In the past, there were lager, bitter and ale drinkers. The price of of pint of beer is gone through the roof. Alcohol is also restricted when you have to take the road. The new alternative being caffeine. It keeps you awake, helps to concentrate (sometimes) and is a stimulant. Overall a winner for the wallet, the well-being and finding a right balance when it comes to working positively.

Price of Pint of Beer infographic

Price of Pint of Beer infographic

But can we (or should we) categorize coffee drinkers? Let’s have a look at the most popular ones.

1/ Americano: a double shot espresso and hot water – generally black but with a dash of milk for some. Those are for the ones who are after “just a coffee” – in a hurry and willing to have that coffee hit with no hassle. It can’t go wrong.

2/ Cappuccino: foundation of a double espresso with steamed milk and that froth to end the beverage. The chocolate sprinkles are sometimes requested, because it looks good – but for a coffee gourmet this is irrelevant. A kind of long drink ideal when meeting with friends or colleagues.

3/ Latte: in other words espresso with warm and little frothy milk (way less than a cappuccino…or it would be one). This drink is generally ordered by customers who are looking for something really hot served in a mug so they can hold it too. Practical on the way to work or during lunch break to “escape” the stressful day. Rather comforting with a piece of cake or toasty.

4/ Flat white: a new comer – smaller cup with a double ristretto and just warm enough milk (not hot), delivering a smooth coffee that the client could drink instantly without any burning feeling. The milk temperature and texture being the essential factors to get the perfect flat white. Younger generations are after such recipe…some say “this is a hipster drink” – no comment on this front.

Flat white in Acme cup

Flat white in Acme cup

Coffee fans/experts shouldn’t be assimilated as snob or arrogant: they just like the drink to be made correctly according to the rules. No sugar would be added to the ordered cup. This would almost be seen as a sacrilege. As prime examples, no lemonade would be added to expensive red/white wine – no extra should alter the original aroma/taste – simple as that!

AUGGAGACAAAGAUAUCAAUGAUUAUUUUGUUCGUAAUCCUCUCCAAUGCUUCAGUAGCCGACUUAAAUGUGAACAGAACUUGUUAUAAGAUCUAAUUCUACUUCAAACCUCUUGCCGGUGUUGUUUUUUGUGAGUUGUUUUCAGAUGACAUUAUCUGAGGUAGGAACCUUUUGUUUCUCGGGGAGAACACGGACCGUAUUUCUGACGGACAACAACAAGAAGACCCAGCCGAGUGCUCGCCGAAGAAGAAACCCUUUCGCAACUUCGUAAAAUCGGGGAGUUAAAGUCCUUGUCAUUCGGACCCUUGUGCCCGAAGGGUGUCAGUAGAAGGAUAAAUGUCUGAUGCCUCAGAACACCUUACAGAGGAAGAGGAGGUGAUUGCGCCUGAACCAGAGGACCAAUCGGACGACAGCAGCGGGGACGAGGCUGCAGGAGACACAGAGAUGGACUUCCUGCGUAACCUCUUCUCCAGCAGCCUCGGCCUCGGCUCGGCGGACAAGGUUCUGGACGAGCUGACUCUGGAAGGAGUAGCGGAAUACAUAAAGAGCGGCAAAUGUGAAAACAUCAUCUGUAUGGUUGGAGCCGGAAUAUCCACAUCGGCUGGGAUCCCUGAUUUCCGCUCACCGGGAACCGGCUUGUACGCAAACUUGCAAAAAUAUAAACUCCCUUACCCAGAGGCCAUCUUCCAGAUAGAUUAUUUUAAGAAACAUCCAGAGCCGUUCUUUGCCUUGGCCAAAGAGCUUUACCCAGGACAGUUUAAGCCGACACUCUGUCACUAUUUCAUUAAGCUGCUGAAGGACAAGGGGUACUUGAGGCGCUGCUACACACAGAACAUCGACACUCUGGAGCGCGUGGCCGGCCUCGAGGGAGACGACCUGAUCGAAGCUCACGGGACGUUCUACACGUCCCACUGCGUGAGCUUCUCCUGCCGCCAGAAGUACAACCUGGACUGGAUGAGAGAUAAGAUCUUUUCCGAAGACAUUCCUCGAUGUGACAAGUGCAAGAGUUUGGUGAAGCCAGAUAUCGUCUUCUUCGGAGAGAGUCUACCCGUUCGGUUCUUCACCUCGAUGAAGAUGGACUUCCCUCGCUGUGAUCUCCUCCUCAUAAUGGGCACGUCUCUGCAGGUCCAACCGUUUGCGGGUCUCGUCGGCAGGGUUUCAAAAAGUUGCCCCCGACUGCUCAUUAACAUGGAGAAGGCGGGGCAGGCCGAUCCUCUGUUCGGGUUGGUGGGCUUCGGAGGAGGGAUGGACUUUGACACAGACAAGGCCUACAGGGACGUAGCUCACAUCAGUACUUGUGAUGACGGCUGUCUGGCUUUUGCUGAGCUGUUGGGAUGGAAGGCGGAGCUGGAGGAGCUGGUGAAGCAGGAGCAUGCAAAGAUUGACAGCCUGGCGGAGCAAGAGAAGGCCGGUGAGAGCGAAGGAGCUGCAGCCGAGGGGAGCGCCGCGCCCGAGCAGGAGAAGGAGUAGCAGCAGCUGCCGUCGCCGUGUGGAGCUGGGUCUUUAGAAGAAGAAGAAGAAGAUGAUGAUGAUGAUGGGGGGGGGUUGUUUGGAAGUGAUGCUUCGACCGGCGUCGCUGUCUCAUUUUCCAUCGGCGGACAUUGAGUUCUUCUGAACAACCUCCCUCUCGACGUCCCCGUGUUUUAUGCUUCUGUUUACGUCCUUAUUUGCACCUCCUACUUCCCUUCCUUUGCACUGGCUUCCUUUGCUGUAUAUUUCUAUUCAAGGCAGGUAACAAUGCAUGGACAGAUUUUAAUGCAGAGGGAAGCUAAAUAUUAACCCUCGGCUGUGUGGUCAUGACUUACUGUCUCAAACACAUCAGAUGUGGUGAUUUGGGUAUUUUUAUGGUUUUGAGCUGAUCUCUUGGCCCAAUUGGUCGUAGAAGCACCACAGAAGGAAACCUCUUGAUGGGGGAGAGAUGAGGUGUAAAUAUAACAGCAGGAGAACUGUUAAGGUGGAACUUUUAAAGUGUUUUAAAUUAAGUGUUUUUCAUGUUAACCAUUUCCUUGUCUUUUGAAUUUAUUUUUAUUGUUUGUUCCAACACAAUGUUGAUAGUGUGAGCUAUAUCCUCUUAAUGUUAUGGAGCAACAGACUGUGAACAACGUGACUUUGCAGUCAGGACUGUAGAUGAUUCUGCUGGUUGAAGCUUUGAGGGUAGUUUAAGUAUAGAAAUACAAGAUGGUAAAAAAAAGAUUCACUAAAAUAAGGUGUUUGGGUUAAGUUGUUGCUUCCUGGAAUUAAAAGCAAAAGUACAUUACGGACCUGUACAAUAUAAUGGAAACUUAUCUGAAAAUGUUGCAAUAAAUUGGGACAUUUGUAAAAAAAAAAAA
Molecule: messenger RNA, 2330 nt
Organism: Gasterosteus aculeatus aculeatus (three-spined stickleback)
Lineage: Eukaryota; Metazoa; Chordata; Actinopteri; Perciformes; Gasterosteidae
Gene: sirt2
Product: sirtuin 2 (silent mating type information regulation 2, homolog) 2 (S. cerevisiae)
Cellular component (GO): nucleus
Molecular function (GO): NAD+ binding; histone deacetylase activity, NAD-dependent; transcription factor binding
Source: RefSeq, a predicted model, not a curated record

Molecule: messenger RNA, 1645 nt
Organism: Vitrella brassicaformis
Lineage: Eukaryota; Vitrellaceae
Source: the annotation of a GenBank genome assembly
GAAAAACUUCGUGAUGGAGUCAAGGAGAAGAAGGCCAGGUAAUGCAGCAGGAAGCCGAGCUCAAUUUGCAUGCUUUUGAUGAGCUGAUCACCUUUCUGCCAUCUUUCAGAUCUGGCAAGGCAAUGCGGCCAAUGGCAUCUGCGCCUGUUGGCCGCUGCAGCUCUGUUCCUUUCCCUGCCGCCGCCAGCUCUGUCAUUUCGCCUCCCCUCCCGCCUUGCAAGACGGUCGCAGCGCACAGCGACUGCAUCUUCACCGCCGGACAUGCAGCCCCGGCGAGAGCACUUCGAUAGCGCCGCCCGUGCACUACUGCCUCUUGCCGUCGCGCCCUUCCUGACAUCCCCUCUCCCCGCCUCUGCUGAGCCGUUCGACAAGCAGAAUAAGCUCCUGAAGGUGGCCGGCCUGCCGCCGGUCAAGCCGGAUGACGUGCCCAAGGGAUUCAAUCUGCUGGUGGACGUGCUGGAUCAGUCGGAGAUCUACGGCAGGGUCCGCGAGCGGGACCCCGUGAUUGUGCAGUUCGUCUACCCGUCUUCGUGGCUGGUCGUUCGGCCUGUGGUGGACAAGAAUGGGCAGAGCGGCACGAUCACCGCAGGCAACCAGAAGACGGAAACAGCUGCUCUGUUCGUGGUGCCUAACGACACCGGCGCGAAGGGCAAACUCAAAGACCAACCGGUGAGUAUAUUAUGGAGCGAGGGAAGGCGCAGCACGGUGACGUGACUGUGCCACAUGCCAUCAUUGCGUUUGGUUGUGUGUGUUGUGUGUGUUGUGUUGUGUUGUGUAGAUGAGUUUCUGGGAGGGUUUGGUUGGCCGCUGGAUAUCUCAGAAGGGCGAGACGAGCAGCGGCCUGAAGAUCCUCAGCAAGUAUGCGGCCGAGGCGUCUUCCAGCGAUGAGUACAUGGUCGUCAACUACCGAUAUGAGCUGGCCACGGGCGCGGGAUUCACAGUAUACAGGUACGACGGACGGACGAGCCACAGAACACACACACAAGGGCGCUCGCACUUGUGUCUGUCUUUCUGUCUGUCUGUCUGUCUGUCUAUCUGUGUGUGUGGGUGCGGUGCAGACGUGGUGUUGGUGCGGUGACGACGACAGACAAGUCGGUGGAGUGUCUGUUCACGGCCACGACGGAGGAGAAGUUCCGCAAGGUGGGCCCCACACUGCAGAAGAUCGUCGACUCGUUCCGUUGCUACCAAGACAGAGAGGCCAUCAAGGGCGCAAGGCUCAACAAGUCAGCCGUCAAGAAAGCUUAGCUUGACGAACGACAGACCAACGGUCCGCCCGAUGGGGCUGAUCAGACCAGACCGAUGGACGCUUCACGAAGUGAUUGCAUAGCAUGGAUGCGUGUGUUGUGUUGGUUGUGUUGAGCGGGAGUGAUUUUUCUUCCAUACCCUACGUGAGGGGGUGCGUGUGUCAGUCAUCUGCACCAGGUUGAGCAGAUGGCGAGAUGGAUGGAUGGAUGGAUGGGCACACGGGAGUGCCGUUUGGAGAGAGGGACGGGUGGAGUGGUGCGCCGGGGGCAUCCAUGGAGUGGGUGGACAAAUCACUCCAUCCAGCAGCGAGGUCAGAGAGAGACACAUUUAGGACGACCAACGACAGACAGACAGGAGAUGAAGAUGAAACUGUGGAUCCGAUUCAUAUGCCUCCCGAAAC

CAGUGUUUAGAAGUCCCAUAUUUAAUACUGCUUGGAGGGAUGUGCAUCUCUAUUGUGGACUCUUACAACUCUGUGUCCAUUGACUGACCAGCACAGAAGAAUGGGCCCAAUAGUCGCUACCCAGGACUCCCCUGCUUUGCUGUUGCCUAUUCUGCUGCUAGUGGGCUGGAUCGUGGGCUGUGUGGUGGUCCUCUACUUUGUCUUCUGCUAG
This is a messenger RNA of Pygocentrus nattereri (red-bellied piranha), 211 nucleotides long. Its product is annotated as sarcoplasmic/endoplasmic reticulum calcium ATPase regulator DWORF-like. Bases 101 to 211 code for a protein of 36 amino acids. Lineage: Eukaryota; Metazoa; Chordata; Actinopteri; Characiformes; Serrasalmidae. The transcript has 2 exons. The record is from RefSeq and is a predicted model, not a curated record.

Nowadays, it seems to be the norm to ask for supplements on everything. When people purchase a bicycle they want “free” accessories added because the initial cost is high – a helmet or front & back lights will do. This pattern is also present when it comes to catering (food and drink) people want to get as much as possible bits from cinnamon to ketchup, mayonnaise…etc, even if left on the table when leaving. It is the want rather than the need. In these particular cases the “less is more” attitude should be chosen, in order to appreciate the full flavours released by the ingredients when reaching our taste buds. Quantity doesn’t win anymore…quality comes first.

A similarity when watching TV programmes related to properties: why do people want huge bathrooms or bedrooms – isn’t the living area a space to focus on?

The main and ongoing question applicable for everything: what are you expecting from a specific service/product/space?

The first words to come up: good – meaning durable, solid which is after all quality!

It is obvious that investing your cash in an estate is a serious matter – it can’t be compared with buying a daily crafted coffee – or can it? When you think that the average price of coffee is about £2.50… and if you fork out this amount 5 times a week for let’s say 11 months, the total amount dedicated to the brew could be around £550.00!

Being “addicted” to coffee requires solid finances, but it brings this unique feeling and almost privilege of belonging to a specific group of individuals who appreciate first class beans, extraction and ratio…without being too pedantic.

UK and the love for coffee - infographic

UK and the love for coffee – infographic

 Click on image for larger version